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Archaeologists discover 25 Mesolithic Pits in England

Archaeologists excavating a prehistoric site in England unveil Mesolithic pits dating back thousands of years.
Archaeologists excavating a prehistoric site in England unveil Mesolithic pits dating back thousands of years. Credit: Museum of London Archaeology (Mola)

Archaeologists have made a remarkable discovery of Mesolithic Pits in Bedfordshire, England. They stumbled upon a site with massive holes, believed to number around 25. The experts are amazed!

These ancient pits were found in a location called Linmere, and they date back to the Mesolithic period. That’s a time in history that goes back 12,000 to 6,000 years ago. Sadly, we don’t have many clues about our ancestors who lived as hunter-gatherers during that era.

However, these Mesolithic pits could shed new light on the far distant period in history. They are arranged in patterns and concentrated around old paths where streams once flowed. This may suggest that they held great spiritual importance to the people who created them.

Why is the site special?

The site is extraordinary because it has more of these pits in one place than anywhere else in England and Wales, even more than the famous Stonehenge. Through radiocarbon dating, experts have determined that these pits were made between 7,700 and 8,500 years ago.

The researchers from the Museum of London Archaeology (Mola) who are leading this investigation are very excited. They say, “This date makes the site incredibly significant because there are very few Mesolithic sites in the UK that are this substantial. Evidence from this period is often slim, only consisting of flint tools and occasional butchered animal remains.”

Large and enigmatic pits

The uncovering of this ancient site has stirred great excitement, as described by Prof. Joshua Pollard, a renowned specialist from Southampton University who has been involved in significant undertakings related to the landscapes of Stonehenge and Avebury.

He said, “While we know of other large and enigmatic pits dug by hunter-gatherers from elsewhere in Britain, including at Stonehenge, the Linmere pits are striking because of their number and the wide area they cover.”

The creation of these immense pits is truly an extraordinary accomplishment. The circular pits, measuring up to 5 meters (16.4 feet) in width and 1.85 meters in depth, possess steep sides that occasionally widen at the base.

Exploration of the area and its results

The site of Mesolithic Pits has been subject to exploration as part of two distinct development projects. Albion Archaeology conducted research in one area, while Mola excavated another. Within some pits, the archaeologists made a significant discovery—animal bones—a crucial source of valuable evidence.

Among these were the skeletal remains of aurochs, a type of wild cattle, indicating that people had partaken in feasts featuring these creatures.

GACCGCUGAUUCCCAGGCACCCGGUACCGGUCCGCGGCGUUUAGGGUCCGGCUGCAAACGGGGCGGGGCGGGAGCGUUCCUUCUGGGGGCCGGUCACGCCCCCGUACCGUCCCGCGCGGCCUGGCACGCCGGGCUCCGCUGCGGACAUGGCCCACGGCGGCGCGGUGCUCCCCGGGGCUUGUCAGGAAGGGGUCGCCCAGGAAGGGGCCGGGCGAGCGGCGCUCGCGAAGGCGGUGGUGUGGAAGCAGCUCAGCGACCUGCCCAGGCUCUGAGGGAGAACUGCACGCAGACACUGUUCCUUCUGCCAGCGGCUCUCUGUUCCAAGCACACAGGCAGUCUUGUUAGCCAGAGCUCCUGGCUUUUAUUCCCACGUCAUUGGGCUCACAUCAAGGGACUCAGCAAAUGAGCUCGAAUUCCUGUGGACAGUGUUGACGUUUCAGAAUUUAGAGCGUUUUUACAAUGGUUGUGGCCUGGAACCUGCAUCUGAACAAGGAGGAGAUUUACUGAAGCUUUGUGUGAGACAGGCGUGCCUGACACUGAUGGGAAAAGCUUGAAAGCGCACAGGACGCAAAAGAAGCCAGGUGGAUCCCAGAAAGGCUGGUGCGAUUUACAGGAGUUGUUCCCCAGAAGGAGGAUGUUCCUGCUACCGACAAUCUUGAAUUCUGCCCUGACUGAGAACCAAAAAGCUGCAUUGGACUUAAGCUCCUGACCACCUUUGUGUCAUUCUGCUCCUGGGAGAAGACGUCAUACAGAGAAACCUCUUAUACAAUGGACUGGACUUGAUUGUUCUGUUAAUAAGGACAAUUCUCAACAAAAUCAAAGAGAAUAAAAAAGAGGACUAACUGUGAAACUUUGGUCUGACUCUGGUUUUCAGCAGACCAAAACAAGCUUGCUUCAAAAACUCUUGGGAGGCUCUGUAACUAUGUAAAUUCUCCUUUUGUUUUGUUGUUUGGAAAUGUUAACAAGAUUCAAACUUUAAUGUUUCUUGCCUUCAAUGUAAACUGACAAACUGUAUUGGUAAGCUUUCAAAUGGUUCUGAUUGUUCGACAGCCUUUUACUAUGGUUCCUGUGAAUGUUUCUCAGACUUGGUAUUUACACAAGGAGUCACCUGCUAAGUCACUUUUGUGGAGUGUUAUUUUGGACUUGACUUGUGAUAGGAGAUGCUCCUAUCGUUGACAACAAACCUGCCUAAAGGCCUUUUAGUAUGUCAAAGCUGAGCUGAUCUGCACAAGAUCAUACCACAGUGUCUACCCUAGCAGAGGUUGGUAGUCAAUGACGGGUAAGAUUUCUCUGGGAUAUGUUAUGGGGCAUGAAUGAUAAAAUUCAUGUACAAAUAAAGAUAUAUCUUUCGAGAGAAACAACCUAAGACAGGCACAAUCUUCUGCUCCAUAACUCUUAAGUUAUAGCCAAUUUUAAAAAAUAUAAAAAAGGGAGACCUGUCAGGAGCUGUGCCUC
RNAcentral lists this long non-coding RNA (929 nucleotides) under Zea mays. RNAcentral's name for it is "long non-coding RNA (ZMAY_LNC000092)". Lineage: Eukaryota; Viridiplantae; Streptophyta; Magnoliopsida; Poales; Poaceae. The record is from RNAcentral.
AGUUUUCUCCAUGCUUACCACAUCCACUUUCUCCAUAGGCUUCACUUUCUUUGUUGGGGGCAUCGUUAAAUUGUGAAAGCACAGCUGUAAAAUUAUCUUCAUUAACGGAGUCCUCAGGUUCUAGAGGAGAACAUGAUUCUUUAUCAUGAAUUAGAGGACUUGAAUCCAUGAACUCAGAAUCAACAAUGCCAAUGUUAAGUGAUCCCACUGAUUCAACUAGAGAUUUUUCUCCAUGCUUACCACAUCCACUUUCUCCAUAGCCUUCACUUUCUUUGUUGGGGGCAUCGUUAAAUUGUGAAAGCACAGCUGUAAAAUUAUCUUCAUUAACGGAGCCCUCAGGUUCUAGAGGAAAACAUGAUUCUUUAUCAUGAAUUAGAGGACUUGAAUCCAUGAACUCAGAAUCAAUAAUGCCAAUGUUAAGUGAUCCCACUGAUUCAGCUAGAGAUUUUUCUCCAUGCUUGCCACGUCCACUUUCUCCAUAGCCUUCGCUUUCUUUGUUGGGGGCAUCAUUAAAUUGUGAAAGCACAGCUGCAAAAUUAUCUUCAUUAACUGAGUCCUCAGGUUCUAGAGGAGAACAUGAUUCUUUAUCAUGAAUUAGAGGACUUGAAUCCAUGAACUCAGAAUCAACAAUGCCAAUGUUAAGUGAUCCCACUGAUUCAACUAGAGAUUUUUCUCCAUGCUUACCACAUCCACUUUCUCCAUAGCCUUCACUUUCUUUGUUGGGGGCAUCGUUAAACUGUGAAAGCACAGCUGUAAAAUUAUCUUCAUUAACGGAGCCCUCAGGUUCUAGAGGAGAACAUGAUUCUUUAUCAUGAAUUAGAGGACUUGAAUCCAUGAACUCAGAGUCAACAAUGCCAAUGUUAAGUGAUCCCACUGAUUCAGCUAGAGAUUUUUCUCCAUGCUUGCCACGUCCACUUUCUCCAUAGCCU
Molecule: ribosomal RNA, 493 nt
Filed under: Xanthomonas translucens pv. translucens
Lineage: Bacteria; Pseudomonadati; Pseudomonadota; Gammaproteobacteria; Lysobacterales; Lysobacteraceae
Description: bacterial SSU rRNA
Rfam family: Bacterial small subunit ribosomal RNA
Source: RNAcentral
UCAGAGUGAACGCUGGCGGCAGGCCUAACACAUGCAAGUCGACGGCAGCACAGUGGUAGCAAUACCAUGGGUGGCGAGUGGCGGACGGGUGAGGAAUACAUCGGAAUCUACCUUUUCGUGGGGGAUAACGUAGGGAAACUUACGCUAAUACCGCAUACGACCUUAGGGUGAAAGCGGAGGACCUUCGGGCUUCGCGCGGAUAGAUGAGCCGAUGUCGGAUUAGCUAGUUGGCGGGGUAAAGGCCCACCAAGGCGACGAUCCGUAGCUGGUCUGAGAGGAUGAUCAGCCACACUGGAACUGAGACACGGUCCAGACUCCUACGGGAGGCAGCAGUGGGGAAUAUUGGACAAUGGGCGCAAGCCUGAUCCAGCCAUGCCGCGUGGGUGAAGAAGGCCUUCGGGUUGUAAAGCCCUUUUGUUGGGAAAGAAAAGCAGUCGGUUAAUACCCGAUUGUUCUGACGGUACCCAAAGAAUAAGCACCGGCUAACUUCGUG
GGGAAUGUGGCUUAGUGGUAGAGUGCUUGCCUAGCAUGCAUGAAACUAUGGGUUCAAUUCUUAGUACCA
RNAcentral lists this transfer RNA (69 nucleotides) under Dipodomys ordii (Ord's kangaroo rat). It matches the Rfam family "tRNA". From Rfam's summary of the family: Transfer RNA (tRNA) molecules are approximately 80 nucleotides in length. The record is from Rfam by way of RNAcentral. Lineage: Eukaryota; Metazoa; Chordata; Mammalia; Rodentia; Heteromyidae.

Yvonne Wolframm-Murray, a project officer at Mola, expressed her surprise at the unexpected nature of the discovery.

She stated, “We knew there was archaeology, but didn’t initially know we had Mesolithic pits until the radiocarbon dates came back. It’s very exciting … There’s only a handful of known other sites with pits that are comparable, certainly quantity-wise.”

The archaeologists have pondered whether these pits were used for hunting or storing food. However, they consider such theories unlikely due to the shape and size of the pits.

Of particular interest to them is the arrangement of the pits in various straight lines, some stretching up to 500 meters in length.

While other Mesolithic pits aligned similarly have been found elsewhere in Britain, the alignments at Linmere appear to be connected to previous stream channels.

Significance of the construction of pits

According to the archaeologists, the immense effort invested in constructing these pits, their alignment patterns, and their proximity to water sources suggest a potential spiritual or special significance.

It is plausible that they served as markers for important locations within the landscape. Furthermore, the experts are investigating whether these pits were intentionally aligned with significant celestial events, such as the solstice.

An incredible find for #MesolithicMonday – 25 huge pits found in Linmere, Bedfordshire 😍

This one site has the most of this type of pit found anywhere in England and Wales, PLUS it looks like they may be laid out in long lines! pic.twitter.com/B3PYe9o0zT

— MOLA (@MOLArchaeology) July 3, 2023

Yvonne Wolframm-Murray remarked, “During the Mesolithic period, ice sheets covering much of the country retreated and sea levels rose, cutting off Britain from mainland Europe. This was a crucial time of transformation in the UK’s past, and studying a site where people made such a mark on the landscape could have far-reaching impacts on how archaeologists understand these ancient communities.”

Analysis and examination of artifacts

The archaeologists are conducting thorough analyses and examinations of the unearthed artifacts and evidence in the laboratory.

They aim to determine whether the pits were all excavated and utilized simultaneously, and gain insights into the surrounding vegetation. Notably, evidence of oak, hazel, and pine have already been identified, and the researchers are examining surviving pollen from the Mesolithic period.

Wolframm-Murray emphasized, “This work will reveal the environment these people lived in, and hopefully answer the question ‘what were these pits for?’”

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